This post is a response to the following comment, posted on my blog. Since the poster failed to leave any contact details, I feel I should post a comment here, since I’ve been meaning to follow up the Vista is a Linux Clone post for some time. I will be quoting from the comment in this post (so you can read the post here as I respond to it).
SUSE Linux was first officially released in 1994 (and became a unique distro in 1996), Windows XP was released October 2001. That puts SUSE on the market 7 (or 5 if you take it from 1996) years before Windows XP.
I agree strongly that most Consumer Operating Systems do tend to look similar (with the notable exception of Mac OS). This is due to some basic user interface principals, mostly pioneered at Xerox Park. The fact is that Linux is ahead of any other Operating System when it comes to adoption of functionality. Many of the new features people are seeing in Vista or adaption of functionality that has existed in the Linux world for ages.
No, Vista is not about Direct X 10. But the fact that Direct X 10 sits underneath Vista’s entire graphics system, raises some serious security concerns with me. Direct X 10 almost replaces the traditional driver layer of the Operating System. To me it’s a bit like Microsoft executing games in unprotected mode on the XBox, in order to give a small performance boost, ie: just plain stupid. These layers have been put in place for a good reason, and have been built-up over decades. Why throw them away, or subvert them now?
Hrm… Are you trying to sell me something here? Having looked at Vista in the stores, I wouldn’t pay any money for any version. There is no way on this earth that any software (other than maybe a few very large database or application server systems) could possibly be worth the amount you pay for Vista. Further more, Vista does not come “packed with software”, it comes with a few half-hearted attempts to take on the Linux distro market. If they were serious about providing a good package, Vista would include at least:
- Microsoft Office
- Microsoft ISS
- .NET Studio
- Microsoft SQL Server
- Adobe Acrobat Reader
Over and above what it already has.
In 10+ years of running Linux software, I have yet to edit a line of code in the software I run. That excludes code I’ve written myself of course. On the other hand, if you’ve ever tried getting Oracle Application Server; MySQL; Apache; or WebSphere running under a Windows machine, you too will know the meaning of true frustration. I spent 2 weeks of my life trying to get WebSphere to work, and over a month resolving file-locking issues with a web system that worked flawlessly under Linux.
If you truly believe that: you are delusional. Sorry for getting a bit ranty, but this is complete rubbish. Linux takes a Unix approach to security, a system that was created decades ago, and has only evolved and improved over time. Vista throws out everything we’ve learned about security and puts the onus (in a technical, and legal sense) on the user. Linux secures everything on the file-system and network layers. Because all your inter-application communication goes through one of those two layers, it means you only have two points to gaurd (in a code sense). Vista expects an uninformed user to make impossible security decisions, or switch the security off.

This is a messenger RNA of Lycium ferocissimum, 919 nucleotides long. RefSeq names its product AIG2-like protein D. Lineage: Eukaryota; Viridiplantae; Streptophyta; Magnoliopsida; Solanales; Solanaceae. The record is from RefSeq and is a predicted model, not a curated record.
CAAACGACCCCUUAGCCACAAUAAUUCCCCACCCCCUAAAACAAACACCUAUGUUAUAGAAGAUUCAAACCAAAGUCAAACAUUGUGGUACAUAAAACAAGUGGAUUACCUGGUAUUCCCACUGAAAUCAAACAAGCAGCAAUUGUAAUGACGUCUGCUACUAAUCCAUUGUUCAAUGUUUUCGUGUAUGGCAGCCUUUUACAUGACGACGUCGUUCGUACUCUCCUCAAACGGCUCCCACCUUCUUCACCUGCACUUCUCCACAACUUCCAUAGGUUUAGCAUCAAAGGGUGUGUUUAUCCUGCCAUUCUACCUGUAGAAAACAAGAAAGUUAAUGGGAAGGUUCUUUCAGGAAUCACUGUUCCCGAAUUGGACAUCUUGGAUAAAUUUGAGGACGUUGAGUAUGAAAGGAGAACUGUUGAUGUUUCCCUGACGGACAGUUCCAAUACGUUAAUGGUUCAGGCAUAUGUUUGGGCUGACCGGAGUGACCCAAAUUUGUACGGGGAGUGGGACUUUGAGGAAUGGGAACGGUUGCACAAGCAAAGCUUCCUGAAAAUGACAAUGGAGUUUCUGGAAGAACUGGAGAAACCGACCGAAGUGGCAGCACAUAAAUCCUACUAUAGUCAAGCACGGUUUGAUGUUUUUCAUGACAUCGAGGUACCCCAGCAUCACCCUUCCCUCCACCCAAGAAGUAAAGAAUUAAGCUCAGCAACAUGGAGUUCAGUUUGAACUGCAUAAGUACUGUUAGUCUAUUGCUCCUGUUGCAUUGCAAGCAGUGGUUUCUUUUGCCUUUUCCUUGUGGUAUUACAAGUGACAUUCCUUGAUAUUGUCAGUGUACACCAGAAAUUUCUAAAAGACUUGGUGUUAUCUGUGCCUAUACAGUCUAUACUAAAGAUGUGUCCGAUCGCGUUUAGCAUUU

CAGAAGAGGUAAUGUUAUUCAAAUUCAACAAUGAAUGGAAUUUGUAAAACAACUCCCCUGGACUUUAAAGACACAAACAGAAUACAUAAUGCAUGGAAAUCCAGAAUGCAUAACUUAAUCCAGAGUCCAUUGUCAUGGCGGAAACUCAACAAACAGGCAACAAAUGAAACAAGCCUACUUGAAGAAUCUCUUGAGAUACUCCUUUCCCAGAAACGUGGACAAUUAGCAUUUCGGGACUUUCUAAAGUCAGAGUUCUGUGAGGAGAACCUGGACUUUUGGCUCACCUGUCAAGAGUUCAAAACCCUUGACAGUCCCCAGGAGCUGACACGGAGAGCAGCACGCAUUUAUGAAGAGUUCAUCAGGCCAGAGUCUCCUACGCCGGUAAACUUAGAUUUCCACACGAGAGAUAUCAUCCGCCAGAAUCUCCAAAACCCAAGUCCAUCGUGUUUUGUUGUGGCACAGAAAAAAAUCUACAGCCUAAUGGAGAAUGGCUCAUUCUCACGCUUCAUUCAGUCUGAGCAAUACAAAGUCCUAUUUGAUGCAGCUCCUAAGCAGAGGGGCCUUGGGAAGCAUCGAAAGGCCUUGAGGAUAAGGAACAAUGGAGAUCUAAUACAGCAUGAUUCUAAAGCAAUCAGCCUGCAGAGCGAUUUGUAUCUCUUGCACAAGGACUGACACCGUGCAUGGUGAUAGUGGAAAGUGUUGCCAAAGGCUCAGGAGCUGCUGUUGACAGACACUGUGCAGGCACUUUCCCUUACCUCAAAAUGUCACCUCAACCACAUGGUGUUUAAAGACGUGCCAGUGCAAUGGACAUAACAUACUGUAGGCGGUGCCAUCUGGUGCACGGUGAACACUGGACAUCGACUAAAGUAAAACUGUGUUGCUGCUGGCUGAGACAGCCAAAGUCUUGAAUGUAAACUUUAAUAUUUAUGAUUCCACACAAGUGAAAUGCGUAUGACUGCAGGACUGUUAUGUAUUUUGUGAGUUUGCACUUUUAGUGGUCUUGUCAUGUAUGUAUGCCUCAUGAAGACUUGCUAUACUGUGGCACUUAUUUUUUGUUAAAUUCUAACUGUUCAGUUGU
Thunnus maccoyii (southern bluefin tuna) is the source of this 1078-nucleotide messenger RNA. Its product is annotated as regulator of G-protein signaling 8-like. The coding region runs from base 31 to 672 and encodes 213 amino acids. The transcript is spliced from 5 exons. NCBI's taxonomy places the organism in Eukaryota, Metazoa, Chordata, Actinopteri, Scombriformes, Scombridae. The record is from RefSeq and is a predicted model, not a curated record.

I will agree that you can’t point out flaws in an older version of Windows and claim the same holds for Vista, but it doesn’t mean you can’t compare the two. Whats more, we can absolutely compare different Linux distributions, but then it comes down to what people want, and where their preferences lie.
I’m not by any measure implying that Linux is a perfect Operating System, nor even that such a system exists. I do feel strongly that it is the right choice for me, and for many of the people I live and work with. I feel limited by the lack of choice in a Windows system, and somehow I always feel that Windows systems think they know better than me. They provide convoluted, and annoying paths through config that often lead you to a dead end. Sometimes the options you change are thrown away on the next boot because some little “auto-detection” wizard or tool decides to run.
The writer of this comment has obviously never worked for a large software company. The Open Source world may seem chaotic from the outside, but the hallmark of the really good projects (KDE, OpenOffice, Wine, etc.) is their excellent organization and structuring of the work and project itself. A software company on the other hand look organized on the outside, but is chaos on the inside.
I’ve seen deadlines and political pressure turn good ideas into steaming piles of software dung! Software that cost millions of dollars to develop. It winds up being re-written after a few years, because nobody can bare to maintain it anymore, and you know something: the process starts all over again.